When the healthiest cultures in the world are filling their faces with greasy, fast food crap, what does that say for our concept of what constitutes a healthy diet as a whole? We are currently in an insane period where more people are eating better than ever before in human history. Cultures have come together and we’ve combined meat with dairy with poultry with starch with fruits with vegetables into a dietary construct that we call a balanced diet. Entire societies have gained height by inches in a single generation. The world is eating better now than ever, even with the proliferation of fast food. Seriously, the nutritional content of a cheeseburger — meat combined with dairy, starch, and vegetables — would be the pinnacle of a good meal for most cultures throughout human existence . . . and this is what we call junk food.
It is remarkable that at this juncture of medical knowledge we still seem to have little clue about how food actually impacts our bodies. Each modern generation produces its own myths concerning health. Pundits and profiteers produce their reports and propagate their messages, where they’re then assembled into a point of view that a culture repeats to itself for a while. Then, more often than not, this worldview shifts the following generation, and what used to be good is now bad and what was bad, well, may not actually be so bad after all. Food morality has become this strange new code of conduct, even a rite of passage for entering some groups. People everywhere now seem to be yacking about what food is going to kill you or what food will save you. After 12,000 years of eating wheat, it is apparently not meant for human consumption anymore. Meat kills. Meat saves. Saturated fat gives you heart attacks. There is no connection between the consumption of saturated fats and heart disease. Where people once used to fight and battle over religion we now rank and file each other in accords to what food we eat. Perhaps we have become spoiled from living in this time of plenty.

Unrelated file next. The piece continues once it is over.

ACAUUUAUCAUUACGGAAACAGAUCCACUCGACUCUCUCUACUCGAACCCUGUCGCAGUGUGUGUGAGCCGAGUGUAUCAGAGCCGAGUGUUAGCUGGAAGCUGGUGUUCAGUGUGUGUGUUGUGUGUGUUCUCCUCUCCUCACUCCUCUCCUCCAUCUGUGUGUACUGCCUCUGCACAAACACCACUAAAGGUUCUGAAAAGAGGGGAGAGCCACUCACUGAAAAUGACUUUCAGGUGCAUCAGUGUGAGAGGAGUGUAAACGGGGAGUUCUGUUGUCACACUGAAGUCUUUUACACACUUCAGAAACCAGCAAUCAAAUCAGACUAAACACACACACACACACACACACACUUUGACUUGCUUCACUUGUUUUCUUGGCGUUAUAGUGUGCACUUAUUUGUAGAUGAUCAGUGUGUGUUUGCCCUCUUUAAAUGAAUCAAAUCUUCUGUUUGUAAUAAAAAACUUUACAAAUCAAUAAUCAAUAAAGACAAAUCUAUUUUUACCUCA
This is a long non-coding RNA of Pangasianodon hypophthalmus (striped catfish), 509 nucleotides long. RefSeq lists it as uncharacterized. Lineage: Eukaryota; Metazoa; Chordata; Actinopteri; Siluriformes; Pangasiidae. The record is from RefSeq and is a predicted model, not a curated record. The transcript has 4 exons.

I’m just going to sit here and really enjoy every bite of this sausage and egg mcmuffin. It cost me $2. It took me roughly 6 minutes to make the money to pay for it. I am getting 440 calories, 21 grams of protein, significant amounts of vitamin A, calcium, and iron from 6 minutes of labor. There has never been another era in human history that I could get so much nutrition and fuel for so little time and effort.
I will ignore the people who call this food junk, because I know that I don’t gorge myself with it. I know that I eat a standard amount of food, that I’m active, generally pretty happy, and not a pound overweight. I also know that when looked at through the lens of health and longevity, fast food may not be the pernicious influence it is blamed to be. Sure, it is processed food and not fresh, but when 9 of the top 10 fast food countries in the world are also the healthiest, I can’t explain this any other way.
*Data from the Guardian’s Data Blog, the United Nations, and the World Health Organization.